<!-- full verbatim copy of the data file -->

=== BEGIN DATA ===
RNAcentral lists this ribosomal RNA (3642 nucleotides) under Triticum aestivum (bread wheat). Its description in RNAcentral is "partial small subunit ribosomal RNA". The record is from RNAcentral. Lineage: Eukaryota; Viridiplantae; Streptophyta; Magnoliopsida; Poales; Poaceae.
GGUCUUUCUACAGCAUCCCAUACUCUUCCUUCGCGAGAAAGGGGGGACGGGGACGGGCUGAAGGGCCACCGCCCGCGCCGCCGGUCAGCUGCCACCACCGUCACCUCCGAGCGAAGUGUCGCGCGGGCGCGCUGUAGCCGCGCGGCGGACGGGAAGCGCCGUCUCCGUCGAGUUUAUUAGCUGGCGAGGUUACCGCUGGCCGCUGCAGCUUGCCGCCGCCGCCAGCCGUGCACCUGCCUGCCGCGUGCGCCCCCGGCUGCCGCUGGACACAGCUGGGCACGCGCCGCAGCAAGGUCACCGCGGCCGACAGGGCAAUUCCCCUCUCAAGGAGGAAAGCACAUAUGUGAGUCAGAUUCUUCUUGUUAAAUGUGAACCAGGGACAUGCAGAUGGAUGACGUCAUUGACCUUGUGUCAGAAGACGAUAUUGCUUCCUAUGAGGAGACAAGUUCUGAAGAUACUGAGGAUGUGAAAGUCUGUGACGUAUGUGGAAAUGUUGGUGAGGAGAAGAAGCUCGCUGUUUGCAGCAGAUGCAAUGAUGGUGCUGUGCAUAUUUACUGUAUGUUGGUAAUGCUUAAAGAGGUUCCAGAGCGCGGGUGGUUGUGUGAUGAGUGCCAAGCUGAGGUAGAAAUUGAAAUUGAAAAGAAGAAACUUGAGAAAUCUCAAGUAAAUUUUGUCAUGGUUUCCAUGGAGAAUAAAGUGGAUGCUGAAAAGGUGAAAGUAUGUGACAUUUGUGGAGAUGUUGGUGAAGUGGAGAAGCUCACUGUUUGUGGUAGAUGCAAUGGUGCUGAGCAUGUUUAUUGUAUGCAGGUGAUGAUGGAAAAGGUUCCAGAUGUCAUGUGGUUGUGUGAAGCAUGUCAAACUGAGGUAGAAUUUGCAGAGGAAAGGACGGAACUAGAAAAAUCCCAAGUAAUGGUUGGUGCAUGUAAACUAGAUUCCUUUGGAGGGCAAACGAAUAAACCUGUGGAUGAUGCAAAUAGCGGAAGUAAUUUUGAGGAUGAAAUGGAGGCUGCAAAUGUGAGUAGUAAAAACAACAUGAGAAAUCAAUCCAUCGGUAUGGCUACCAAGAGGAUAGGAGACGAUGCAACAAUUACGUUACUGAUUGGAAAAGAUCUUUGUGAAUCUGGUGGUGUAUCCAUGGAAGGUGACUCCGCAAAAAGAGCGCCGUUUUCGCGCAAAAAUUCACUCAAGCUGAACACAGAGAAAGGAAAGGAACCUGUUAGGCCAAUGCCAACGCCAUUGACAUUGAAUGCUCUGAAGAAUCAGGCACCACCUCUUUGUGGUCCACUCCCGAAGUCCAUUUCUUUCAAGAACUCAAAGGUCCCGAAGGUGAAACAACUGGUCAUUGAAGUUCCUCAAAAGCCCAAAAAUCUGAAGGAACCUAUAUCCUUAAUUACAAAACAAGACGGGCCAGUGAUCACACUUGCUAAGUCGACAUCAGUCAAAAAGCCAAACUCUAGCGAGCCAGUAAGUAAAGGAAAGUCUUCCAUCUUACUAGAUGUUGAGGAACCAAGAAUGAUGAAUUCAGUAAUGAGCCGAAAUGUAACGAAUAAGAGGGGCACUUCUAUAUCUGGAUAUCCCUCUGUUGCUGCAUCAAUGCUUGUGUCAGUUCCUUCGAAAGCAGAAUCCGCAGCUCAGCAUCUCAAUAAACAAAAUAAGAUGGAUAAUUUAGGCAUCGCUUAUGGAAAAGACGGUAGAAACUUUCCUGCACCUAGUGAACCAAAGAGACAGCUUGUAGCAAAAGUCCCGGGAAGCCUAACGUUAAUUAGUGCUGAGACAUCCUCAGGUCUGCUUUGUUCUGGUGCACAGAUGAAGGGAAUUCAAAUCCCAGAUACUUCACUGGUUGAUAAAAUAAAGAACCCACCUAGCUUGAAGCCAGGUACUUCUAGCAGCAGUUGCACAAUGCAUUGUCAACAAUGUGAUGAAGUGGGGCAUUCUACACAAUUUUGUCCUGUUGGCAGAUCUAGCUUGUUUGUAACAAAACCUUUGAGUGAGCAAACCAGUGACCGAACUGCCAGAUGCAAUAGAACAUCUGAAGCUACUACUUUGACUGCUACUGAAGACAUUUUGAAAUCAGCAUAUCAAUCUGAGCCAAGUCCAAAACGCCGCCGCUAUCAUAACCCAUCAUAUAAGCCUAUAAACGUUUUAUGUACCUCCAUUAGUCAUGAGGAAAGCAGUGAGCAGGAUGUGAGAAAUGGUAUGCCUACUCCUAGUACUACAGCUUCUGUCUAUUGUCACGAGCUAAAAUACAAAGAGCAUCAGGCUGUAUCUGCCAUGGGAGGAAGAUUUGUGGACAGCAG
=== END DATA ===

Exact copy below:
RNAcentral lists this ribosomal RNA (3642 nucleotides) under Triticum aestivum (bread wheat). Its description in RNAcentral is "partial small subunit ribosomal RNA". The record is from RNAcentral. Lineage: Eukaryota; Viridiplantae; Streptophyta; Magnoliopsida; Poales; Poaceae.
GGUCUUUCUACAGCAUCCCAUACUCUUCCUUCGCGAGAAAGGGGGGACGGGGACGGGCUGAAGGGCCACCGCCCGCGCCGCCGGUCAGCUGCCACCACCGUCACCUCCGAGCGAAGUGUCGCGCGGGCGCGCUGUAGCCGCGCGGCGGACGGGAAGCGCCGUCUCCGUCGAGUUUAUUAGCUGGCGAGGUUACCGCUGGCCGCUGCAGCUUGCCGCCGCCGCCAGCCGUGCACCUGCCUGCCGCGUGCGCCCCCGGCUGCCGCUGGACACAGCUGGGCACGCGCCGCAGCAAGGUCACCGCGGCCGACAGGGCAAUUCCCCUCUCAAGGAGGAAAGCACAUAUGUGAGUCAGAUUCUUCUUGUUAAAUGUGAACCAGGGACAUGCAGAUGGAUGACGUCAUUGACCUUGUGUCAGAAGACGAUAUUGCUUCCUAUGAGGAGACAAGUUCUGAAGAUACUGAGGAUGUGAAAGUCUGUGACGUAUGUGGAAAUGUUGGUGAGGAGAAGAAGCUCGCUGUUUGCAGCAGAUGCAAUGAUGGUGCUGUGCAUAUUUACUGUAUGUUGGUAAUGCUUAAAGAGGUUCCAGAGCGCGGGUGGUUGUGUGAUGAGUGCCAAGCUGAGGUAGAAAUUGAAAUUGAAAAGAAGAAACUUGAGAAAUCUCAAGUAAAUUUUGUCAUGGUUUCCAUGGAGAAUAAAGUGGAUGCUGAAAAGGUGAAAGUAUGUGACAUUUGUGGAGAUGUUGGUGAAGUGGAGAAGCUCACUGUUUGUGGUAGAUGCAAUGGUGCUGAGCAUGUUUAUUGUAUGCAGGUGAUGAUGGAAAAGGUUCCAGAUGUCAUGUGGUUGUGUGAAGCAUGUCAAACUGAGGUAGAAUUUGCAGAGGAAAGGACGGAACUAGAAAAAUCCCAAGUAAUGGUUGGUGCAUGUAAACUAGAUUCCUUUGGAGGGCAAACGAAUAAACCUGUGGAUGAUGCAAAUAGCGGAAGUAAUUUUGAGGAUGAAAUGGAGGCUGCAAAUGUGAGUAGUAAAAACAACAUGAGAAAUCAAUCCAUCGGUAUGGCUACCAAGAGGAUAGGAGACGAUGCAACAAUUACGUUACUGAUUGGAAAAGAUCUUUGUGAAUCUGGUGGUGUAUCCAUGGAAGGUGACUCCGCAAAAAGAGCGCCGUUUUCGCGCAAAAAUUCACUCAAGCUGAACACAGAGAAAGGAAAGGAACCUGUUAGGCCAAUGCCAACGCCAUUGACAUUGAAUGCUCUGAAGAAUCAGGCACCACCUCUUUGUGGUCCACUCCCGAAGUCCAUUUCUUUCAAGAACUCAAAGGUCCCGAAGGUGAAACAACUGGUCAUUGAAGUUCCUCAAAAGCCCAAAAAUCUGAAGGAACCUAUAUCCUUAAUUACAAAACAAGACGGGCCAGUGAUCACACUUGCUAAGUCGACAUCAGUCAAAAAGCCAAACUCUAGCGAGCCAGUAAGUAAAGGAAAGUCUUCCAUCUUACUAGAUGUUGAGGAACCAAGAAUGAUGAAUUCAGUAAUGAGCCGAAAUGUAACGAAUAAGAGGGGCACUUCUAUAUCUGGAUAUCCCUCUGUUGCUGCAUCAAUGCUUGUGUCAGUUCCUUCGAAAGCAGAAUCCGCAGCUCAGCAUCUCAAUAAACAAAAUAAGAUGGAUAAUUUAGGCAUCGCUUAUGGAAAAGACGGUAGAAACUUUCCUGCACCUAGUGAACCAAAGAGACAGCUUGUAGCAAAAGUCCCGGGAAGCCUAACGUUAAUUAGUGCUGAGACAUCCUCAGGUCUGCUUUGUUCUGGUGCACAGAUGAAGGGAAUUCAAAUCCCAGAUACUUCACUGGUUGAUAAAAUAAAGAACCCACCUAGCUUGAAGCCAGGUACUUCUAGCAGCAGUUGCACAAUGCAUUGUCAACAAUGUGAUGAAGUGGGGCAUUCUACACAAUUUUGUCCUGUUGGCAGAUCUAGCUUGUUUGUAACAAAACCUUUGAGUGAGCAAACCAGUGACCGAACUGCCAGAUGCAAUAGAACAUCUGAAGCUACUACUUUGACUGCUACUGAAGACAUUUUGAAAUCAGCAUAUCAAUCUGAGCCAAGUCCAAAACGCCGCCGCUAUCAUAACCCAUCAUAUAAGCCUAUAAACGUUUUAUGUACCUCCAUUAGUCAUGAGGAAAGCAGUGAGCAGGAUGUGAGAAAUGGUAUGCCUACUCCUAGUACUACAGCUUCUGUCUAUUGUCACGAGCUAAAAUACAAAGAGCAUCAGGCUGUAUCUGCCAUGGGAGGAAGAUUUGUGGACAGCAG